I read an article a few days ago I believe in the New York times criticizing New York City deli's for having lost their authenticity and lowering their quality in the interest in catering to too many tourists. If that's what Carnegie has done, I suppose I didn't notice.

Ace Hotel reminds me of home

20 West 29th St
New York, NY 10001

The Ace Hotel wreaks of freshly ground Stumptown coffee beans. I take very deep breaths while I'm sitting in the lobby to soak in the utter intoxication of the smell as much as I can before I have to depart and eventually head back to DC. Waking up to this smell in the morning alone is reason enough to stay at the Ace. But there is much more than the coffee that makes this place worthy of my company.

The decor reminds me of Portland, Oregon - one of the many homes I've had throughout my life. Natural wood products, steel made furniture, old school couches and old style arm chairs, huge white pillars shooting up to the roof, white Christmas lights around the windows, wool blankets and a bit of Led Zeppelin playing on the stereo.

Unfortunately, the people remind you of Portland too (this is the downside of the entire experience really). Shaggy beards, plaid shirts, the same "I don't care what I look like because I'm not superficial" attitude. Sneakers, mac laptops, iPhones, square framed glasses, pale sun-ridden faces, looks of despair, looks of disapproval if you're dressed to square.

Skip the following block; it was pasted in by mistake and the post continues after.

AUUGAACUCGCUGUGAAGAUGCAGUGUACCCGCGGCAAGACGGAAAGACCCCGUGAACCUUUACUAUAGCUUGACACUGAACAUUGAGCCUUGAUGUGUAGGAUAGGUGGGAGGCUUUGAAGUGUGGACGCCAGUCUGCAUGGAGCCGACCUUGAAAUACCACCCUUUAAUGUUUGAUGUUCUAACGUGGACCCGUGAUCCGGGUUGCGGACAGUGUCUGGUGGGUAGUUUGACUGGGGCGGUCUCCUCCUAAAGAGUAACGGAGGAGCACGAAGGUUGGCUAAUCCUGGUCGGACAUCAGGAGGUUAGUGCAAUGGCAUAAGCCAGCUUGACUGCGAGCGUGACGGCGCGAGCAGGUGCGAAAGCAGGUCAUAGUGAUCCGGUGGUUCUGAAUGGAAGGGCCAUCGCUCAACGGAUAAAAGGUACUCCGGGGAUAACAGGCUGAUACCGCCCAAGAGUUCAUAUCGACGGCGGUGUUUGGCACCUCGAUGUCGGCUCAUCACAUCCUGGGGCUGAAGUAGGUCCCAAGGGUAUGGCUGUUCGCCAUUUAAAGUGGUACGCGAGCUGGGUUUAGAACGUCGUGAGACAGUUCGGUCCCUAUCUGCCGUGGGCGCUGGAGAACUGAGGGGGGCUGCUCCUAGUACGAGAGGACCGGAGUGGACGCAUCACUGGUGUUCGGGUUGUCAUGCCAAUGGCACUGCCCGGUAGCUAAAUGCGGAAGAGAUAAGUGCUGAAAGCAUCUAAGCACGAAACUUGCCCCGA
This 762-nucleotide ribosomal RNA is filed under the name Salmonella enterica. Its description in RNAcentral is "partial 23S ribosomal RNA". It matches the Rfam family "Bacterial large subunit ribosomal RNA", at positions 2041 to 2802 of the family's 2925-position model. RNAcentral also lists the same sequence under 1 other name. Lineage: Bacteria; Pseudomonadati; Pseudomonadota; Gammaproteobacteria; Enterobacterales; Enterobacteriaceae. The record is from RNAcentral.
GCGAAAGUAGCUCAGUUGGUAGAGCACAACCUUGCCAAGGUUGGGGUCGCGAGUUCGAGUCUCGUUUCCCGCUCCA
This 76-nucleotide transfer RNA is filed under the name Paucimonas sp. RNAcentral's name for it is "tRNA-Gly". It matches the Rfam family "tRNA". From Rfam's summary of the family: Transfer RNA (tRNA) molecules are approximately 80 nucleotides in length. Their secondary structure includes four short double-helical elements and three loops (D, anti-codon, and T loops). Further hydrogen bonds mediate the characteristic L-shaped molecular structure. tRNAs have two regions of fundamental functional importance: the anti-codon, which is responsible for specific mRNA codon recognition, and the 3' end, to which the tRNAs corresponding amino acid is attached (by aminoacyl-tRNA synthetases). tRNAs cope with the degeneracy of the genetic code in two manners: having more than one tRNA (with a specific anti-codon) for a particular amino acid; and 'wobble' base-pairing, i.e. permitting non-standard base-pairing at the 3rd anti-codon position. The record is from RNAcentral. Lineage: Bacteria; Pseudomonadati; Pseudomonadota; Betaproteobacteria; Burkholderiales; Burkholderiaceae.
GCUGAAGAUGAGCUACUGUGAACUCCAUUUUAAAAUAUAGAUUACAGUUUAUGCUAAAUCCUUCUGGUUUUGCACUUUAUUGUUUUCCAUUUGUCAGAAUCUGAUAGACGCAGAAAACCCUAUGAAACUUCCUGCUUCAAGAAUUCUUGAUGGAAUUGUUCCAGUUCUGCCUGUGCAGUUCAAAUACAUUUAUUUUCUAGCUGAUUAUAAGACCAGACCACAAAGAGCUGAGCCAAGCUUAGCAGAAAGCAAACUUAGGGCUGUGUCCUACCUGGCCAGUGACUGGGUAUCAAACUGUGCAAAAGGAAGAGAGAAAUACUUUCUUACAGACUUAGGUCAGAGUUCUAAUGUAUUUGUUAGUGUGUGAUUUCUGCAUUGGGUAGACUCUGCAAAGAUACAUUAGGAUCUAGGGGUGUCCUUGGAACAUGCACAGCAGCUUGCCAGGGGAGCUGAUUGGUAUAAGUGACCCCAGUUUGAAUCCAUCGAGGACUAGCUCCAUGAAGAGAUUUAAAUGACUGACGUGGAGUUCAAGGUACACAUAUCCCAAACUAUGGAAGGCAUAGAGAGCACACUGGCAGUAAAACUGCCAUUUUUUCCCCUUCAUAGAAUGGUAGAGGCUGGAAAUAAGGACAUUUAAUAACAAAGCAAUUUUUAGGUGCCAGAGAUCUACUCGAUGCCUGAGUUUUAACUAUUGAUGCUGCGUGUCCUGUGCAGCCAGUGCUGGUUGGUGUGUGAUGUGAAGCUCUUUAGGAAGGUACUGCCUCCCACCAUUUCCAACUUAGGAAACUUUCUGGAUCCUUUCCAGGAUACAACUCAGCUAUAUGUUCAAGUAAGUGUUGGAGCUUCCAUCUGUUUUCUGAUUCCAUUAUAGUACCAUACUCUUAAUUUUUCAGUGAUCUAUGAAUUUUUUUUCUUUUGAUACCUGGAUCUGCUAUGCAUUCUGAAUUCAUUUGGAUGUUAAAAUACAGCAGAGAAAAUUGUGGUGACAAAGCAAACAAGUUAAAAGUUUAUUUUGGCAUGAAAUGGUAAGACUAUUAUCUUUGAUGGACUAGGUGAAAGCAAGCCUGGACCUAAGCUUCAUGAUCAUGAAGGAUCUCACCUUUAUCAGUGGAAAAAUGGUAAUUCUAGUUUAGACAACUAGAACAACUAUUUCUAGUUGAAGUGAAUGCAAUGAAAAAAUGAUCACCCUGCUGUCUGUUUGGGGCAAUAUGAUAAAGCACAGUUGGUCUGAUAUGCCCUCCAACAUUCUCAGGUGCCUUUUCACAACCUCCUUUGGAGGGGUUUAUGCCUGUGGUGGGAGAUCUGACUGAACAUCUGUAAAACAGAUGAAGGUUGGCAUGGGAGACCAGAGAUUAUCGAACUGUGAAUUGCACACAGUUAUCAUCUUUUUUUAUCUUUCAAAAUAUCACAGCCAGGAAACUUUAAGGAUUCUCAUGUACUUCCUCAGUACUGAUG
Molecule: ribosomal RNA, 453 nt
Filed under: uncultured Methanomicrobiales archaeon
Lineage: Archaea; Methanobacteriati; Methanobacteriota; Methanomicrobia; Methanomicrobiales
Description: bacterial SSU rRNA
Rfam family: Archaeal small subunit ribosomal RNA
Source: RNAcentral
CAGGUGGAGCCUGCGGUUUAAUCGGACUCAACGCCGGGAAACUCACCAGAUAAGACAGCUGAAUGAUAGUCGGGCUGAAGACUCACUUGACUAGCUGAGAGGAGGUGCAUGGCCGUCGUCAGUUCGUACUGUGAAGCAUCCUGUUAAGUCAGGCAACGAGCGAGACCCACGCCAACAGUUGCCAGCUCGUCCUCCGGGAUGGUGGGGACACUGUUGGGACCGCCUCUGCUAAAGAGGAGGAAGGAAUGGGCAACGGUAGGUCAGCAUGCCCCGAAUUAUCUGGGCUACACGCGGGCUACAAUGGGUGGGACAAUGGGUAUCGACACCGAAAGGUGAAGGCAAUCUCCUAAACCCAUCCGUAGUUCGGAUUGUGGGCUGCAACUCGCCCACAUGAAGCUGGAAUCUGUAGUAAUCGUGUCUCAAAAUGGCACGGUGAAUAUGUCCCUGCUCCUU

The reason why I like the feel of my Portland, Oregon home is because life was slower there, more relaxed and a bit more intentional when it came to enjoying the good things in life. They know how to appreciate good coffee, good food, good wine and good quality products. It shows at the Ace right down to the soap they put in your hotel room, it smells like the long hikes I used to take it Tryon Creek park in between my law school exams. A good and bad flashback.

The Ace Hotel is definitely a 10 on the Lupa scale.

Sunday, April 25, 2010

Bolognese at craftbar gets a 7 on the Lupa scale

900 Broadway
New York, New York

I have a scale I employ when rating food and drink. It's called the Lupa scale - based on Lupa Osteria in New York city, a Mario Batali establishment. Lupa is the absolute best eating experience I've had in the United States. Best ambiance, best staff, best prices, best wine and best food. It is a mind blowing experience. Since my first visit to Lupa nothing compares. Thus, I rate all of my dining experiences on a scale of 1-10. 10 being the equivalent of the all-amazing Lupa Osteria.

Tonight I went to craftbar in New York City to check out what I've heard is a great experience. I give it a 7 on the Lupa scale. I had a glass of a Spanish Malbec, the baby beat and goat cheese salad and a serving of the Cavetelli Bolognese for my entree. There was nothing wrong with my meal, nothing to complain about, nothing overcooked or overdone. It was just lacking something exciting. Maybe I'm so spoiled now that I've come to a stage in my life where I expect to be moved by every dining experience and when I'm not, I leave with a sense of disappointment. I know Tom Collichio doesn't cook here himself, but I figured the man I have a crush on from Top Chef should deliver, if not only to keep my infatuation alive. How is a bald man so sexy???